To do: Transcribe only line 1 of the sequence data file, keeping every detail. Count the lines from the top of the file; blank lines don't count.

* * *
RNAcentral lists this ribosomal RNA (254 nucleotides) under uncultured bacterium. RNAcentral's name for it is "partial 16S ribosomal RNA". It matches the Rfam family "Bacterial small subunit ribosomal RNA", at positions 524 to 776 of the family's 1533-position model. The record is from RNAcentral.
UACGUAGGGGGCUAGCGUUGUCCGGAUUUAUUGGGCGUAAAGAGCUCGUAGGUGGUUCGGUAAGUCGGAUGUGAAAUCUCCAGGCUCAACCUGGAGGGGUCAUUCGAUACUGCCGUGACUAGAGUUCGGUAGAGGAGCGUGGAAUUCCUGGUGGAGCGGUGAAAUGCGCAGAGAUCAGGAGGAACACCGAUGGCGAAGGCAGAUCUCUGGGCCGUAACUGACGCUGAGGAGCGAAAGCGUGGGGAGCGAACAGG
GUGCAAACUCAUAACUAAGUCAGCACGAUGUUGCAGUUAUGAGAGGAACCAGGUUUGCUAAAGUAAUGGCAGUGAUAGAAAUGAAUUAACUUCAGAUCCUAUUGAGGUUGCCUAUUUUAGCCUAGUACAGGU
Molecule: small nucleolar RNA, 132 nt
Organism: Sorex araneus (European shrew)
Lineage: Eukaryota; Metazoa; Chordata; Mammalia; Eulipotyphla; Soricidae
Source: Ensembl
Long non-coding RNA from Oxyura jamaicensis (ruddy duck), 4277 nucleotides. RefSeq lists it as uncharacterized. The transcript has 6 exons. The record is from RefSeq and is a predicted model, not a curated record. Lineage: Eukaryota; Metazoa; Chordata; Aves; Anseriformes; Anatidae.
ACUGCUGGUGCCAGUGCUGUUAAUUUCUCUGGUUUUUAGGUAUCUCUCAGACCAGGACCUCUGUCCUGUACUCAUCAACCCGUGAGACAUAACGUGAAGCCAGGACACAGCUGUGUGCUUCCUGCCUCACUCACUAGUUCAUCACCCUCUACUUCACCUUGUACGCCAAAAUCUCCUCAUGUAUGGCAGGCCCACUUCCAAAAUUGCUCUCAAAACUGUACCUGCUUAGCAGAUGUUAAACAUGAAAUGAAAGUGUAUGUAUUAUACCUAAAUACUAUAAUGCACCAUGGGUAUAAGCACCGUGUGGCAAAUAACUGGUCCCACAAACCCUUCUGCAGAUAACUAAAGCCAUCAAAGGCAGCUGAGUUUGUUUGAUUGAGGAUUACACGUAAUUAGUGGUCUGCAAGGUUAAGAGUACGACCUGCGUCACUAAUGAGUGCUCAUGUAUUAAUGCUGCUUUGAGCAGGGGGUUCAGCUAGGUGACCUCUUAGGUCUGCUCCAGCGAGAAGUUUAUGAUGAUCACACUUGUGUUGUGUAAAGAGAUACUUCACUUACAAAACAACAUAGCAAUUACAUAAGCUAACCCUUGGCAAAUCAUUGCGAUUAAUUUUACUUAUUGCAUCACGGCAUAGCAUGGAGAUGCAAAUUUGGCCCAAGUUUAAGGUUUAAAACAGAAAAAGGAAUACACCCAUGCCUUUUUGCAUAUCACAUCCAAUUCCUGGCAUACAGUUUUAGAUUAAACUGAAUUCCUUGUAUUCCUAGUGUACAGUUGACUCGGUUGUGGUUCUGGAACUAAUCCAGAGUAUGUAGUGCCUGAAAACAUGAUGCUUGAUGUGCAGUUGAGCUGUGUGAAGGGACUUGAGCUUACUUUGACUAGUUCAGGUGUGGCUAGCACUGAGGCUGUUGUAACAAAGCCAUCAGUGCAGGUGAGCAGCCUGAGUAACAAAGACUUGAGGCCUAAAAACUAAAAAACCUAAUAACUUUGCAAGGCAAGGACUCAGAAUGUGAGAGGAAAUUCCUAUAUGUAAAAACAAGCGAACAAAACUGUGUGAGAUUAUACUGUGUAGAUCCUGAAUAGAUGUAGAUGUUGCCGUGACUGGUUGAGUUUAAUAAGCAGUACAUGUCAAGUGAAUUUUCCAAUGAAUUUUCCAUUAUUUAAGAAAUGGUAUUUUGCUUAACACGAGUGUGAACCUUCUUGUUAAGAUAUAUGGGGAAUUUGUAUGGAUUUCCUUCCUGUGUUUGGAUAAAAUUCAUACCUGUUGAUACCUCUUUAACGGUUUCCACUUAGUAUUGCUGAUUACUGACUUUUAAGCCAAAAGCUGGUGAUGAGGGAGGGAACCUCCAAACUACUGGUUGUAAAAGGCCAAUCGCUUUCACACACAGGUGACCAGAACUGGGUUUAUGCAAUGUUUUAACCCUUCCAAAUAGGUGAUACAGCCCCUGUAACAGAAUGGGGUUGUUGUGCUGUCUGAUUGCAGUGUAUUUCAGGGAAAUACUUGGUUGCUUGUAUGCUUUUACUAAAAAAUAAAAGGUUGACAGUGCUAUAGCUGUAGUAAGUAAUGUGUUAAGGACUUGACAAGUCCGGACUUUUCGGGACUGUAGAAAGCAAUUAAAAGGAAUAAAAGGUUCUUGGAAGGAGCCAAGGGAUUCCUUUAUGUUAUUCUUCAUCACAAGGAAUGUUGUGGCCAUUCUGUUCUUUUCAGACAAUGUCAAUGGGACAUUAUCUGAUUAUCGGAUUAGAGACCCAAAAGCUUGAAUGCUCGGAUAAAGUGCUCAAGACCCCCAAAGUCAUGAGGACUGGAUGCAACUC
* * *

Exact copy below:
RNAcentral lists this ribosomal RNA (254 nucleotides) under uncultured bacterium. RNAcentral's name for it is "partial 16S ribosomal RNA". It matches the Rfam family "Bacterial small subunit ribosomal RNA", at positions 524 to 776 of the family's 1533-position model. The record is from RNAcentral.